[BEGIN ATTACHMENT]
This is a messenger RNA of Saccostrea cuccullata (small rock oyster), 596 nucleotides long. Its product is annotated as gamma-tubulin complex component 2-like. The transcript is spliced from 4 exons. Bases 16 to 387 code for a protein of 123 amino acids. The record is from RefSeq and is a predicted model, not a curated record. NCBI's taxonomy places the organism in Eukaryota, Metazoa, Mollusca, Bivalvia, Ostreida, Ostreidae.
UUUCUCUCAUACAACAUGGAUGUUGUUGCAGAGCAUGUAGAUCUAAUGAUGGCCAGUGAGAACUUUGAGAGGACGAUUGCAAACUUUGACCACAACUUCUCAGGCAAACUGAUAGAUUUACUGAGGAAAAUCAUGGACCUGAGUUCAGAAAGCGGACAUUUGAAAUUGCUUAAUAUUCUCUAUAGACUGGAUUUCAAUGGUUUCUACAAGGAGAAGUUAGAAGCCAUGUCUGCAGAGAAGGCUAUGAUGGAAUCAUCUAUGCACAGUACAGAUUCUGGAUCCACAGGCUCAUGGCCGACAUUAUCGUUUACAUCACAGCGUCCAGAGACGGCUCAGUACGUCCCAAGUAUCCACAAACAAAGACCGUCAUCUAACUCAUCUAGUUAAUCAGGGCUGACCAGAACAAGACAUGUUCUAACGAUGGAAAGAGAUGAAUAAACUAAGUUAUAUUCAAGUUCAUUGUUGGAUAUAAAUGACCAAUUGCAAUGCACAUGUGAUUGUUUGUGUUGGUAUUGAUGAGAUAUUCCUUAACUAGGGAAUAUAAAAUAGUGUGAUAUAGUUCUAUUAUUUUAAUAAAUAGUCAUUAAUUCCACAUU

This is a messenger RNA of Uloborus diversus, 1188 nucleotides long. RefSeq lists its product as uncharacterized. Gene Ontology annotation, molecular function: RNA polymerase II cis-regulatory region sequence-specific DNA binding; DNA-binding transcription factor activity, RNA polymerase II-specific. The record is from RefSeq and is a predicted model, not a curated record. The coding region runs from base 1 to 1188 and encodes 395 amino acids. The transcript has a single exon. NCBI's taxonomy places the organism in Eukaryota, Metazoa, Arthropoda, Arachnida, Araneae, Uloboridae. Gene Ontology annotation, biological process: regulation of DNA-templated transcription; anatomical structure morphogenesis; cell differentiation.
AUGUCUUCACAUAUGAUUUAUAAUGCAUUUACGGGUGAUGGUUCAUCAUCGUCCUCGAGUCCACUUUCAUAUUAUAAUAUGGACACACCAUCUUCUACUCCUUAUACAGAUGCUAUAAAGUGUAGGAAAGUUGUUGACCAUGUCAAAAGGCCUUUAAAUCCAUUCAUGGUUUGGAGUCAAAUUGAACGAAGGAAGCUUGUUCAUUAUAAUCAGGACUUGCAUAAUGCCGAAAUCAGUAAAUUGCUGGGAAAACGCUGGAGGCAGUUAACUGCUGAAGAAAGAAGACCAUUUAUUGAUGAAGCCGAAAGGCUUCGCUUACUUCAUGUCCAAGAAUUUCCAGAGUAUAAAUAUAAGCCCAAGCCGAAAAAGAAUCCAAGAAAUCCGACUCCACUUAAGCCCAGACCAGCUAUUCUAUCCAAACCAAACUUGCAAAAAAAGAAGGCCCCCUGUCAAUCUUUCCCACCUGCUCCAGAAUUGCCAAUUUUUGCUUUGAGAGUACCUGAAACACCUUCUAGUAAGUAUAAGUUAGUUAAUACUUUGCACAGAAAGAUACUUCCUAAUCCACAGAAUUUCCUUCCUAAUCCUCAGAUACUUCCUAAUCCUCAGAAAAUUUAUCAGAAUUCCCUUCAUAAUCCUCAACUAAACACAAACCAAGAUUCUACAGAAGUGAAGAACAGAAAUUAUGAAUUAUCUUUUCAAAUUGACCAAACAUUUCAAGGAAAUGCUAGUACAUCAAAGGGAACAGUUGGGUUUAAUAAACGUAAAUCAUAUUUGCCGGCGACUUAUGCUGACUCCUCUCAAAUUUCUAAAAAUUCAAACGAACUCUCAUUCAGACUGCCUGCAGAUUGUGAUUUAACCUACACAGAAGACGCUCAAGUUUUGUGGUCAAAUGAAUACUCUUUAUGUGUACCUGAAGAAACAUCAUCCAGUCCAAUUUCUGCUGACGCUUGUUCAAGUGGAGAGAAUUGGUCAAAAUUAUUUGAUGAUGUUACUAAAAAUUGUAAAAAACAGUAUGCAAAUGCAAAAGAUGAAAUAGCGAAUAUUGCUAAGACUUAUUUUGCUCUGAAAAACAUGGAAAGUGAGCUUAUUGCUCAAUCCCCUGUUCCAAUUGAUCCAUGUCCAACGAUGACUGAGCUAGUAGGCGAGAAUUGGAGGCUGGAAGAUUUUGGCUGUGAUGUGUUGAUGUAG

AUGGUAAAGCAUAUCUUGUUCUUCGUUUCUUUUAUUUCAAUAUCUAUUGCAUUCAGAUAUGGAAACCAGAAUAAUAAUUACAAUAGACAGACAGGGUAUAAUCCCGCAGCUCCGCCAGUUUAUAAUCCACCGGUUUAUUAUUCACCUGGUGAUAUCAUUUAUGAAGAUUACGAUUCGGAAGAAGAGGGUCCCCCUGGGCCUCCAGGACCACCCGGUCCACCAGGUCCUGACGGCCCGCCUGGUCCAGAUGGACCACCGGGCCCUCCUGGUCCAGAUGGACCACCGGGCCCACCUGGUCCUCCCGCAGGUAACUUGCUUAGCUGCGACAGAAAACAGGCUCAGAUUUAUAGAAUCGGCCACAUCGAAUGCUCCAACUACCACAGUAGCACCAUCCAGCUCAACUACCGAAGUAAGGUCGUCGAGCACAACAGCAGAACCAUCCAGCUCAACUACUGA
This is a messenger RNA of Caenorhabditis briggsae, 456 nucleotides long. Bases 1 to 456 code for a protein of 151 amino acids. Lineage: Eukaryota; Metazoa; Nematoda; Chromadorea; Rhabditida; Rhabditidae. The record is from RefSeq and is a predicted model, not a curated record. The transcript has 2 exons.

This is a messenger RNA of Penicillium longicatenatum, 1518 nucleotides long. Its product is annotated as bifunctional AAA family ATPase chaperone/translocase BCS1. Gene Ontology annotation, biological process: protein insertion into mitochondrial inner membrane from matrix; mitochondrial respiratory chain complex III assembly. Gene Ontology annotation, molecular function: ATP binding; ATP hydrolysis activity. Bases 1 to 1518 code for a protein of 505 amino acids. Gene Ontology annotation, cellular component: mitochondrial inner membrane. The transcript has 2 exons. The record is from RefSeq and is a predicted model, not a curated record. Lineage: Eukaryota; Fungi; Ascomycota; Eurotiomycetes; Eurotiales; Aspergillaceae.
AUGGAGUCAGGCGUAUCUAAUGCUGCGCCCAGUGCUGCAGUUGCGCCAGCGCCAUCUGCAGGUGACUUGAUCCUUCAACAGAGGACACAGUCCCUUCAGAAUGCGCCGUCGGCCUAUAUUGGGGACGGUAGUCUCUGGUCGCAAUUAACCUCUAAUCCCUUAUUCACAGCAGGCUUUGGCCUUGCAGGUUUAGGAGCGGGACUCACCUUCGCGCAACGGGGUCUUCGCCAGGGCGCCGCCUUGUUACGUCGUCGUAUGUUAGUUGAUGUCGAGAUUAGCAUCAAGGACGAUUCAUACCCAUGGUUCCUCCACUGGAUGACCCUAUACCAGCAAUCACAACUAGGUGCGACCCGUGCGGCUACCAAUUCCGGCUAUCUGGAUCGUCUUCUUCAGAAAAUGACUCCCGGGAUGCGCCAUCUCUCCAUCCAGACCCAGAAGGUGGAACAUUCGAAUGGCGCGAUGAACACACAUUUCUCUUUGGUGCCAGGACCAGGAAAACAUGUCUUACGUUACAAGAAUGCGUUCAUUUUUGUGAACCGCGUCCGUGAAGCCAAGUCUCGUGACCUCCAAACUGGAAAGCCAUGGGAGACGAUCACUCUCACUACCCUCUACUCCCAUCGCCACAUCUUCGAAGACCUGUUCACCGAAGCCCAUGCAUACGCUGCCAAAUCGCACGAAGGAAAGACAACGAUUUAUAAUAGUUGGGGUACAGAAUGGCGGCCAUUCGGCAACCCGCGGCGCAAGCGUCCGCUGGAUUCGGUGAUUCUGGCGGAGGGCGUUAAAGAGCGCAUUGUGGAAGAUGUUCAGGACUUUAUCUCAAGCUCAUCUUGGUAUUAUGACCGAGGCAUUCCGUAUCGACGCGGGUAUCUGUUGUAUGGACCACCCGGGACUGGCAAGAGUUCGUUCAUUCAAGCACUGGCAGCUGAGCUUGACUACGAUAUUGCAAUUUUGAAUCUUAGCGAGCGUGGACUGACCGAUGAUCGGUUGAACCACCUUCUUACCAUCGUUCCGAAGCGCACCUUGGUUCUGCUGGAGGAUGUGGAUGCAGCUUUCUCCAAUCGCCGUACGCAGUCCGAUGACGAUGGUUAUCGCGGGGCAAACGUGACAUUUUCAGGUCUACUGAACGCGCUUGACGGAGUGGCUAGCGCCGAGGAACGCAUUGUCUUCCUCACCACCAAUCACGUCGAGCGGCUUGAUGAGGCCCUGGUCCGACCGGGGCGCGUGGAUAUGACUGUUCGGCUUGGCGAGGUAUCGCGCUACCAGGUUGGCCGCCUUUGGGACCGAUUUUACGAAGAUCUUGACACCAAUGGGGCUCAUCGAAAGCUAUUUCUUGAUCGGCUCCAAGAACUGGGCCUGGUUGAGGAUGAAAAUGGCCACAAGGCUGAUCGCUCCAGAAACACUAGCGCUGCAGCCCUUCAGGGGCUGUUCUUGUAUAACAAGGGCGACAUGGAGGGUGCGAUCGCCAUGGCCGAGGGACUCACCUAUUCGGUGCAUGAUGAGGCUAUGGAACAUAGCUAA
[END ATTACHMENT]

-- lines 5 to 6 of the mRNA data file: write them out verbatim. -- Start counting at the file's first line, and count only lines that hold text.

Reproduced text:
AUGGUAAAGCAUAUCUUGUUCUUCGUUUCUUUUAUUUCAAUAUCUAUUGCAUUCAGAUAUGGAAACCAGAAUAAUAAUUACAAUAGACAGACAGGGUAUAAUCCCGCAGCUCCGCCAGUUUAUAAUCCACCGGUUUAUUAUUCACCUGGUGAUAUCAUUUAUGAAGAUUACGAUUCGGAAGAAGAGGGUCCCCCUGGGCCUCCAGGACCACCCGGUCCACCAGGUCCUGACGGCCCGCCUGGUCCAGAUGGACCACCGGGCCCUCCUGGUCCAGAUGGACCACCGGGCCCACCUGGUCCUCCCGCAGGUAACUUGCUUAGCUGCGACAGAAAACAGGCUCAGAUUUAUAGAAUCGGCCACAUCGAAUGCUCCAACUACCACAGUAGCACCAUCCAGCUCAACUACCGAAGUAAGGUCGUCGAGCACAACAGCAGAACCAUCCAGCUCAACUACUGA
This is a messenger RNA of Caenorhabditis briggsae, 456 nucleotides long. Bases 1 to 456 code for a protein of 151 amino acids. Lineage: Eukaryota; Metazoa; Nematoda; Chromadorea; Rhabditida; Rhabditidae. The record is from RefSeq and is a predicted model, not a curated record. The transcript has 2 exons.